3. Constitution

Meaning, kinds, written and unwritten. Rigid and flexible constitutions. Merits and demerits.

Meaning, written and unwritten, rigid and flexible, merits and demerits.

SECTION B

4. The Separation of Powers

The theory of separation of powers – its application to modern governments – is separation desirable and practicable?

The theory of separation of powers with special reference to Montesquieu’s views. Critical evaluation of the theory. The theory of Checks and Balances – meaning with reference to U.S.A., India and U.K. – relevance of the theory in modern times.

5. Franchise and Representation

Suffrage – who should be entitled to vote? Adult franchise; duties of a representative; modes of election; constituency; minority representation. Political parties; two party system; multiple party system; functional representation.

Franchise and representation: Who should be entitled to vote? Adult franchise – meaning, merits and demerits. Methods of election: direct, indirect. Constituencies: meaning, kinds – single member, multiple member constituency – merits and demerits. Minority representation – meaning, kinds. Duties of a representative. Cumulative vote system. Second ballot system. Political parties – meaning, definition, role or functions in a democratic set up. Kinds – bi-party, multi-party system – meaning, functions, merits and demerits. Reference to Indian, British and American political parties. Proportional representation – meaning. Single transferable vote system and list system. Functional representation – meaning, merits and demerits.

6. Organs of the Government

(i) The Legislature

Functions of legislature; structure of legislature. The legislature in India, U.S.A. and U.K. – a comparative study.

Meaning, functions and structure of the legislature, legislative procedure. The legislatures in U.K., India and U.S.A. Composition, powers and positions of the legislatures in these three countries – a comparative study.

Composition and powers of House of Commons and House of Lords, House of Representatives and the Senate, Lok Sabha and Rajya Sabha. Are parliaments the true representatives of the electorate in developing countries or merely talking shops? The decline of the position of the legislature in modern times. Merits and demerits of a Bi-cameral and unicameral legislature.

(ii) The Executive

Functions; types of executive. The Civil Services. Difference between the political executive and the permanent executive. Executive in India, U.S.A. and U.K. – a comparative study.

Meaning, types and functions of the executive. Meaning and role of Civil Services. Difference between the political and permanent executive. Recent growth of executive powers. Executive in India, U.K. and U.S.A. – a comparative study. The role of the Queen of England. The appointment of the Presidents of India and America – powers, functions and positions of executive heads of India, U.K. and U.S.A. Mode of election of the President of India and the U.S.A.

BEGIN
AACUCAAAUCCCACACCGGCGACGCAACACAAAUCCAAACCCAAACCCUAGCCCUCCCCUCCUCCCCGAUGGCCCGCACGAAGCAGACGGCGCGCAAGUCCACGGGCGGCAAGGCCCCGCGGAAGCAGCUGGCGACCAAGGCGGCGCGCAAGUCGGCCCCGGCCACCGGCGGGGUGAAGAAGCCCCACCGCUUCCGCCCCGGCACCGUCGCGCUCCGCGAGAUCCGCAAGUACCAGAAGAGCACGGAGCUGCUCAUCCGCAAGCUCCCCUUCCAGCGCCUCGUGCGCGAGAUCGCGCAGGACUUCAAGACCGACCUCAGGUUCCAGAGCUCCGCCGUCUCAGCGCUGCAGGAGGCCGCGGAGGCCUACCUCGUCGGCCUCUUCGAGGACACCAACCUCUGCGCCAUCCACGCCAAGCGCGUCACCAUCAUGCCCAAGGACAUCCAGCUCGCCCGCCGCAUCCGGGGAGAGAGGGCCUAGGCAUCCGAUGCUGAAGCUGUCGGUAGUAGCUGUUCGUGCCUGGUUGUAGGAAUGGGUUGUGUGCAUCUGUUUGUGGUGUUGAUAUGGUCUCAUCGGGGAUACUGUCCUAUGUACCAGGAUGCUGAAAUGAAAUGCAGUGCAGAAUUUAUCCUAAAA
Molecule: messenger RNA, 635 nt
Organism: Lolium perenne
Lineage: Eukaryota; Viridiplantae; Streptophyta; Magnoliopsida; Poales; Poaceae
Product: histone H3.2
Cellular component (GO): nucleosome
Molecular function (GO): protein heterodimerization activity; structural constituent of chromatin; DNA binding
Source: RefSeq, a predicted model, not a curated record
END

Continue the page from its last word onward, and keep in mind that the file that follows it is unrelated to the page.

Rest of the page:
(iii) The Judiciary

Organisation of the Judiciary; importance of Judiciary. Functions of Judiciary. Conditions of independence of Judiciary. Relation of the Judiciary, the Legislature and the Executive. Judicial Review. Judiciary in India, U.K. and U.S.A. – a comparative study.

Meaning and importance of judiciary; functions of judiciary; conditions of independence of judiciary; relationship between the judiciary and legislature; relationship between the judiciary and executive. The rule of law and a brief reference to Administrative Courts. The Judicial Review – meaning, its application in the U.K., India and U.S.A. Judiciary in the U.K., India and U.S.A. – composition, powers and position. The apex courts in the U.K., India and U.S.A. Indian Supreme Court. American Supreme Court. House of Lords as the apex court in U.K.

7. Democracy in India – a perspective of the challenges faced.

(i) Social and Economic Inequality.

Social inequality: untouchability; problems faced by women; illiteracy; impact of social inequalities on the democratic system.

Economic inequality: poverty and unemployment; causes of poverty and unemployment; impact of economic inequality on the democratic system; measures to eradicate economic inequality.

(ii) Regional Imbalance.

Meaning and causes of regional imbalance; consequences of the regional disparities; different measures for removing regional imbalances.

(iii) Communalism, Casteism, Separatism, Political Violence.

Communalism: meaning and causes; impact of communalism on India’s democratic system; measures to combat communalism.

Casteism: basis of the caste system; evil effects of casteism; impact of casteism on India’s democratic system.

Separatism: meaning; different separatist movements in India; measures to stop separatist tendencies.

Political Violence: major forms or patterns of violence in India; politicisation of crime leading to political violence; major violent movements in India; measures to stop violence.
Click Here for ICSE Class XI and XII All Subjects Syllabus